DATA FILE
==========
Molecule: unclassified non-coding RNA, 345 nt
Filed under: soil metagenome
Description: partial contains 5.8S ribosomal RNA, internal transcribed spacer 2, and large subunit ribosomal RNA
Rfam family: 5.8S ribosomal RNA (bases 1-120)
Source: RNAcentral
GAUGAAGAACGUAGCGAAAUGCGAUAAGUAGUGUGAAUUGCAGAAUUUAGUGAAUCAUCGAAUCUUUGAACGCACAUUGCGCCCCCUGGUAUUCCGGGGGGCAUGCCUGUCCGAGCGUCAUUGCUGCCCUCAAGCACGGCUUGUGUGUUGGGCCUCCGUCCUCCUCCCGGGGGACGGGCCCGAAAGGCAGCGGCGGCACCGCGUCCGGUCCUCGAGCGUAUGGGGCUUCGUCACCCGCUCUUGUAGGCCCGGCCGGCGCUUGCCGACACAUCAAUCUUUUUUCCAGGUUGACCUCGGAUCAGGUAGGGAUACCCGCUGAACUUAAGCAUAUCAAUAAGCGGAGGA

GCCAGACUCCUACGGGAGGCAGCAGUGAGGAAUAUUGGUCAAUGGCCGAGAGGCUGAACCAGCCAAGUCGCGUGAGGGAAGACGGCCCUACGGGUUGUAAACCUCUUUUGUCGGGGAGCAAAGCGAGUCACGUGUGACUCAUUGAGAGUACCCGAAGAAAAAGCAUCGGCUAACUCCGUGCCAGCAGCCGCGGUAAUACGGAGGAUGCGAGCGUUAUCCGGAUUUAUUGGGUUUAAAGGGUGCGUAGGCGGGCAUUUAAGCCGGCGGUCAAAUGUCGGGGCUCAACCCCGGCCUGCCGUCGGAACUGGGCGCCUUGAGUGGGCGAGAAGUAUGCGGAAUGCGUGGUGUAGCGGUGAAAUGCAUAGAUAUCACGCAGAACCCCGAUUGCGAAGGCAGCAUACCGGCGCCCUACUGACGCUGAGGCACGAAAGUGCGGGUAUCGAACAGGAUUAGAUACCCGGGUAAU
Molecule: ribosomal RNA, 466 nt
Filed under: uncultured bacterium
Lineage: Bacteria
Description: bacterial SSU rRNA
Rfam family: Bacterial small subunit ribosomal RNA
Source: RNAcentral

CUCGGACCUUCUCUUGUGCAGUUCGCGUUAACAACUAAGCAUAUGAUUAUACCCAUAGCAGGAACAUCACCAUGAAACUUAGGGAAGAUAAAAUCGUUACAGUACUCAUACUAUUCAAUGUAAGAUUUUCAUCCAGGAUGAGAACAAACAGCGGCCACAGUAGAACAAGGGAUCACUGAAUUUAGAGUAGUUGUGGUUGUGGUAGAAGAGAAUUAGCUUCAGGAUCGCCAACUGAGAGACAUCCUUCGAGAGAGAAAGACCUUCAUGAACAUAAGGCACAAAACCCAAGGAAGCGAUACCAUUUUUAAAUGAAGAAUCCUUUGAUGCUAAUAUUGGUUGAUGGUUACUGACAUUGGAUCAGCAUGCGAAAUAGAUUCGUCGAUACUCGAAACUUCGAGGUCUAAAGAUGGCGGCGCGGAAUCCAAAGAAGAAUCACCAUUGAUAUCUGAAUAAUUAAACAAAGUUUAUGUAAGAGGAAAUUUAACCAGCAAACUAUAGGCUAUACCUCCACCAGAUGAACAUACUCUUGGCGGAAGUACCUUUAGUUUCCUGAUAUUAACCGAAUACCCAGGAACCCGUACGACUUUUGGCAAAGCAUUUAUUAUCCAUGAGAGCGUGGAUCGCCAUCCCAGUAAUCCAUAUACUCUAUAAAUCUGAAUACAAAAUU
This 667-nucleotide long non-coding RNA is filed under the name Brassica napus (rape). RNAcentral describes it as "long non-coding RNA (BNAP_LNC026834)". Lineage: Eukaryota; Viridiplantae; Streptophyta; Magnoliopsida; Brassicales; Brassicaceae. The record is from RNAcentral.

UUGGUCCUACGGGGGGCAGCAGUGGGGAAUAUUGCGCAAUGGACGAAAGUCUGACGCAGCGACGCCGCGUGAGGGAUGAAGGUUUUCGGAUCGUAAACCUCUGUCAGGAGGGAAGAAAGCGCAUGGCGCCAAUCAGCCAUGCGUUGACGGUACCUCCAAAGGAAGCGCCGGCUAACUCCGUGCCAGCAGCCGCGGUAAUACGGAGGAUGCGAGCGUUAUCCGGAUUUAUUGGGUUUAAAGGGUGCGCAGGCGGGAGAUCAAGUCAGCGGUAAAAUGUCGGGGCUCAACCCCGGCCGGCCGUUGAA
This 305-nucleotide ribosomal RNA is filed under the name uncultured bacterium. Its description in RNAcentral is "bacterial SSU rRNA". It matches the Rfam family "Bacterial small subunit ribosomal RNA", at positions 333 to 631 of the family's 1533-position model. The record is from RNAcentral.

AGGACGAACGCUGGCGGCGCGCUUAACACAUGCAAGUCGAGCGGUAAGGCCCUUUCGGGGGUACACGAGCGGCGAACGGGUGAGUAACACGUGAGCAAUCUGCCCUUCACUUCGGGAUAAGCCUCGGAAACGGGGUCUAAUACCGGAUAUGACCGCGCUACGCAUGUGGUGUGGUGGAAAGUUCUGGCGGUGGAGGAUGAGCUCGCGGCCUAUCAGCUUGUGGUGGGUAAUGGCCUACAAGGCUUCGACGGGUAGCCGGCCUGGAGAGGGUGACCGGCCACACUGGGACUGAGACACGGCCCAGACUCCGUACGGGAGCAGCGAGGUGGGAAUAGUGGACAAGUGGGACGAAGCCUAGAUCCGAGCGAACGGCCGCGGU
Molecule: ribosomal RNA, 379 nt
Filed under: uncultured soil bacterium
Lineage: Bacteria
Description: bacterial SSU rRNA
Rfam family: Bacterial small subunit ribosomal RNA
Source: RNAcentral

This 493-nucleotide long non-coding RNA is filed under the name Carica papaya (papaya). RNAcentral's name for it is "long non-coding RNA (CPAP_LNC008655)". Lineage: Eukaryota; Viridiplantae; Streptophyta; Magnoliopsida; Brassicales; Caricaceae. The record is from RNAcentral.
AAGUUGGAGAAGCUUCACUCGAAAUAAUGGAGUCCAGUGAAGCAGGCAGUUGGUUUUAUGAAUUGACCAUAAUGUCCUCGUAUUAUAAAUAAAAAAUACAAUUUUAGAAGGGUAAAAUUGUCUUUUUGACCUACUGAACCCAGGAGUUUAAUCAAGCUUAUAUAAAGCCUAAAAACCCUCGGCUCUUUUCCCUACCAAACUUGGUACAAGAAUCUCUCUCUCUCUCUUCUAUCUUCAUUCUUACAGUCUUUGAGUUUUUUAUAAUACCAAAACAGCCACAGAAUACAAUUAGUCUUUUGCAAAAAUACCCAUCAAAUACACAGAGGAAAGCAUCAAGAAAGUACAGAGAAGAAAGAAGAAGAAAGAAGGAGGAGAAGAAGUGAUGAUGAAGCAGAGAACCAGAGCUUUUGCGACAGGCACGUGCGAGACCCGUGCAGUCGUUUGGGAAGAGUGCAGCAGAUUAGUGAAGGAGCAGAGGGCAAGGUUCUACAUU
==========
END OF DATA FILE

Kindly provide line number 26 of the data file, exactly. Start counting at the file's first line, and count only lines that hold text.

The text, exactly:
AAGUUGGAGAAGCUUCACUCGAAAUAAUGGAGUCCAGUGAAGCAGGCAGUUGGUUUUAUGAAUUGACCAUAAUGUCCUCGUAUUAUAAAUAAAAAAUACAAUUUUAGAAGGGUAAAAUUGUCUUUUUGACCUACUGAACCCAGGAGUUUAAUCAAGCUUAUAUAAAGCCUAAAAACCCUCGGCUCUUUUCCCUACCAAACUUGGUACAAGAAUCUCUCUCUCUCUCUUCUAUCUUCAUUCUUACAGUCUUUGAGUUUUUUAUAAUACCAAAACAGCCACAGAAUACAAUUAGUCUUUUGCAAAAAUACCCAUCAAAUACACAGAGGAAAGCAUCAAGAAAGUACAGAGAAGAAAGAAGAAGAAAGAAGGAGGAGAAGAAGUGAUGAUGAAGCAGAGAACCAGAGCUUUUGCGACAGGCACGUGCGAGACCCGUGCAGUCGUUUGGGAAGAGUGCAGCAGAUUAGUGAAGGAGCAGAGGGCAAGGUUCUACAUU